The most common name mentioned in any trade talks regarding the Phillies is that of the be-goggled one, Vance Worley.
CSNPhilly.com reported on Tuesday that the Phillies are actively shopping both Worley and Trevor May for outfield help. Worley has been linked to players like Jacoby Ellsbury, Curtis Granderson, Shin Soo Choo, Josh Willingham, Justin Upton, and any other potential outfielder who can hit a baseball with any regularity and force.
But what is Worley worth? What makes him such a commodity? And if he’s really this valuable, is it smart for the Phils to consider letting him go?
First, the negatives. Worley does not throw overly hard, averaging anywhere from 89-91, topping out at 93 mph. His breaking stuff isn’t anything dynamic, and he was hurt for much of last season with bone chips in his elbow.
Worley, at his best, is a low-end #3 pitcher, and a very solid #4.
But to discount the value of a good #4 pitcher is to make a serious mistake. Pitchers at #4 in the rotation pitch playoff games. Their turn in the rotation does not get skipped. A good number four starter can sometimes be worth an addition two to four wins a season.
In 2011, when Worley was fully healthy, his WAR was 3.2. That’s not insignificant.
Not only that, Worley knows how to use the stuff he has, especially against left-handers. His two-seam fastball that starts in on a lefties’ hip then darts over the plate is what is responsible for these remarkable splits.
|vs RHB as RHP||53||597||532||57||146||38||1||14||39||104||2.67||.274||.329||.429||.758||.317|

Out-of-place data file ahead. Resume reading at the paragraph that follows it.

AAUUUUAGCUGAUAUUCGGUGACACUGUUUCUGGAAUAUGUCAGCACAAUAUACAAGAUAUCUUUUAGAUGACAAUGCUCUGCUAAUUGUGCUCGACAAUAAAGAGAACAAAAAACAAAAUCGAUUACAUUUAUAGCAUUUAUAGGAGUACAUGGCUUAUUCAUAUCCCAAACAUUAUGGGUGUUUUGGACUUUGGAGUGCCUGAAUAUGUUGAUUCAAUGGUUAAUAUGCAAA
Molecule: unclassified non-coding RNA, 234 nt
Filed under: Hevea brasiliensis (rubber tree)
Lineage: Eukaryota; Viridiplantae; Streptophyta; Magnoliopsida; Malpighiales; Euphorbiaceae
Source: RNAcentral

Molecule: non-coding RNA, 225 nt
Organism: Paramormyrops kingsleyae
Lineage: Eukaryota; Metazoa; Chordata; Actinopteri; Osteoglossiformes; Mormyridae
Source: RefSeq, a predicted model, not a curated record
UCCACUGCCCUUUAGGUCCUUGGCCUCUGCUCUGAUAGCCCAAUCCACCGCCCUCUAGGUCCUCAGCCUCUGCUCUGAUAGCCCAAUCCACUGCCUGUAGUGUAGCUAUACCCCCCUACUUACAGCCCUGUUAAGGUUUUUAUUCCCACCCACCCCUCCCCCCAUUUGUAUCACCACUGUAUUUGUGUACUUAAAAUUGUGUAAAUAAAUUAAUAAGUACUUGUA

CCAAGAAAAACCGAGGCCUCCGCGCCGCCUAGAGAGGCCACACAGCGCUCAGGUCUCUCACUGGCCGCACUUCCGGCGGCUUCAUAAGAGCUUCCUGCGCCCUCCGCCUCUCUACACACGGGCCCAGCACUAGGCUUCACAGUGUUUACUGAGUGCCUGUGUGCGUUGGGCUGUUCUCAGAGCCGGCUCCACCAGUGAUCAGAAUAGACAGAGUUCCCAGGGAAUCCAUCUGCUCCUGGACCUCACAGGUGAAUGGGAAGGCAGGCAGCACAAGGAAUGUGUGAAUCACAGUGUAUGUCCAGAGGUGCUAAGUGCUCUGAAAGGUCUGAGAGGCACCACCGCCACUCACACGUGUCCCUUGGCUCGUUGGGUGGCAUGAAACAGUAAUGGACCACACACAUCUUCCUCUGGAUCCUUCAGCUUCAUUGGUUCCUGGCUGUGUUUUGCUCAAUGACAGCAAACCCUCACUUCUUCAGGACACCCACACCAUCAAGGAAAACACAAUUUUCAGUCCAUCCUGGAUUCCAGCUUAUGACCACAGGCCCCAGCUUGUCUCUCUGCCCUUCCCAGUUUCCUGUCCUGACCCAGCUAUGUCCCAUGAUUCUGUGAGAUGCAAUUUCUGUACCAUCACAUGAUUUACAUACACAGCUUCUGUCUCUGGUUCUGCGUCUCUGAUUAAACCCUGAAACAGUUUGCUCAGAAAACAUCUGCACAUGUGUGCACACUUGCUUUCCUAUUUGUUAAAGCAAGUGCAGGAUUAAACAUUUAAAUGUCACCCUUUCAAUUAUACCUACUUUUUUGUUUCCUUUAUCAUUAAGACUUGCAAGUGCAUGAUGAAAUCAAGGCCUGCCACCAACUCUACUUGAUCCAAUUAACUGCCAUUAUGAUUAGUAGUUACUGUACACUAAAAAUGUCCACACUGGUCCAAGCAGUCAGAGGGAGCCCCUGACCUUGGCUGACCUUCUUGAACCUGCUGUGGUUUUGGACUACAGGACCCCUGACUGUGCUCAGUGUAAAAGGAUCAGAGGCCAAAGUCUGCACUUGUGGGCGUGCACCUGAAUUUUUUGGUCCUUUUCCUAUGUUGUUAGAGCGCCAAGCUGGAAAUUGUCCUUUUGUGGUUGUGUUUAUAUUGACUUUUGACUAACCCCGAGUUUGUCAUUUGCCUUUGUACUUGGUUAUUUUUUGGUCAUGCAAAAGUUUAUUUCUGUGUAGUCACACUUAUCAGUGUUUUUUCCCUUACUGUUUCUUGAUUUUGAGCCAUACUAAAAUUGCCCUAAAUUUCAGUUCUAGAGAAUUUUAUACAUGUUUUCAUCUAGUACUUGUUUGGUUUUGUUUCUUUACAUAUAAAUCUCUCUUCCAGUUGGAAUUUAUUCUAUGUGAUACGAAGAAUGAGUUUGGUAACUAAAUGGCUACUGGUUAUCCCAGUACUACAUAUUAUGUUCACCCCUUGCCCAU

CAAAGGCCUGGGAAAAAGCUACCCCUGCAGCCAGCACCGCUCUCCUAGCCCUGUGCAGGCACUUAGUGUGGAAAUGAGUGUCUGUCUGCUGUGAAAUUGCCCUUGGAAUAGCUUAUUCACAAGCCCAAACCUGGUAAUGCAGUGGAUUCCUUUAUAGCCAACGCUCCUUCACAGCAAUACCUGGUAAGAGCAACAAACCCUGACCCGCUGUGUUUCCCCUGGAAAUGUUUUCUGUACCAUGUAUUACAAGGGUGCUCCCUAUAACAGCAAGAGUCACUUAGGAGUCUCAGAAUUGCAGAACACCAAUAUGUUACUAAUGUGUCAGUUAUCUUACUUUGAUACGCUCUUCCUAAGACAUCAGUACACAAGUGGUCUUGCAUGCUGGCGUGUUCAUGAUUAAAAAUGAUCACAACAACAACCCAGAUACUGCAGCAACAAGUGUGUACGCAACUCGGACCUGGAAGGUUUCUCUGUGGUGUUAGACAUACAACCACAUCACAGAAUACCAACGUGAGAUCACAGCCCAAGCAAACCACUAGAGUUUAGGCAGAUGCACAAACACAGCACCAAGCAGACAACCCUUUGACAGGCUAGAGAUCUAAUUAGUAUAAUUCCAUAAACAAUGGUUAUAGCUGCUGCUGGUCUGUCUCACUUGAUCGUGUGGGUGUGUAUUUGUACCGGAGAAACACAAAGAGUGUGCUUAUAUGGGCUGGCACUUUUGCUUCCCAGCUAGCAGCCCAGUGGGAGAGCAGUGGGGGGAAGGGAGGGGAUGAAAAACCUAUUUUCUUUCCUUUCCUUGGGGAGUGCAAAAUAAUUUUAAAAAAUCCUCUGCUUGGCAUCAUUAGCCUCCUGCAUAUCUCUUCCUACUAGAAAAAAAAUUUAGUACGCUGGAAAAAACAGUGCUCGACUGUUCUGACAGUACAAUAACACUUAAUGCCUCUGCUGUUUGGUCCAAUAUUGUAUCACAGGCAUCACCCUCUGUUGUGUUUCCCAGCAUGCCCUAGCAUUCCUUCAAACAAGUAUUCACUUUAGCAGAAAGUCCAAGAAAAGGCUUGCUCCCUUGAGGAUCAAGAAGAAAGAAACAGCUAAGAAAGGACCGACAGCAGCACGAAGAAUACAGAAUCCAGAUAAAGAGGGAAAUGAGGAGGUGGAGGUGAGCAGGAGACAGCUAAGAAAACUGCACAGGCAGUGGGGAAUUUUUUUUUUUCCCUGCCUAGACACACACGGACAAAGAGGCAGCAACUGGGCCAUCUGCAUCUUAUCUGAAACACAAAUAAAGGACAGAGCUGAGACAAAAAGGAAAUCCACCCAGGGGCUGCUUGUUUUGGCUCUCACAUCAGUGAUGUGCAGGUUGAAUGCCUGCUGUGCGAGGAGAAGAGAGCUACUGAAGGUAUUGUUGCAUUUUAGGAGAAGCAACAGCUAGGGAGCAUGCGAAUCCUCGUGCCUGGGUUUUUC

|vs LHB as RHP||53||597||524||59||132||29||5||9||58||134||2.31||.252||.327||.378||.705||.319|
Check out those strikeout numbers. As a right-handed pitcher, Worley has faced the exact same number of right-handed and left-handed batters throughout his career. And in his career, he has struck out 134 lefties compared to 104 righties. His walk rate against lefties is a bit higher, but not much. And he has actually held left-handed hitters to a lower batting average and lower OPS during his career.
It is insane that a right-handed pitcher can have that kind of success against left-handed hitters.
Those numbers include last year’s injury-marred half-season, in which he pitched through much of the summer with bone chips in his throwing elbow.
|162 Game Avg.||12||9||.581||3.50||36||32||191||191||16||67||163||112||1.351||9.0||0.7||3.1||7.7||2.45|
In his first 12 starts last year, from April through the end of June, Worley had an ERA of 2.92, with 66 Ks and 25 BBs in 74 innings. It wasn’t until he started dealing with his elbow problems that his season cratered, posting a 5.80 ERA in his last 11 starts. And even much of that was due to bad luck, with opponents’ BAbip a robust .404, leading to a .350 batting average and .905 OPS against. His strikeouts were down (41 in 59 innings) and his walks were up (22 in 59 innings).
Clearly, he was not the same pitcher after he got hurt.
Phillies officials say Worley is completely healthy now, and a return to his 2011 and first-half 2012 numbers seems like an reasonable expectation.
Simply put, the guy is a good pitcher.
Not only that, he’s cheap, due for a slight race this year to about $800,000, most likely. He’s also under team control for a long time. His first year of arbitration isn’t until after next year, and the earliest he can become a free agent is 2018.
In Vance Worley, the Phillies have a cheap and effective pitcher who is under their control for another five years.
You don’t just give those away.
So when discussing Worley in any of these package deals, understand that this isn’t J.A. Happ the Phils are giving away. This is a real life starting pitcher, someone who will be difficult to replace.
That doesn’t mean the Phillies shouldn’t be shopping him right now. Trading Vance Worley for Ellsbury, Granderson, Choo, Willingham, and Upton would make perfect sense, and the Phils should absolutely pull the trigger if they can acquire any decent bat with pop (notice I did not include Dexter Fowler in that list).
But remember that Worley is a valuable commodity and should be looked upon as such. This is not a scrub.
Worley has a lot of value.
Probably more than you realized.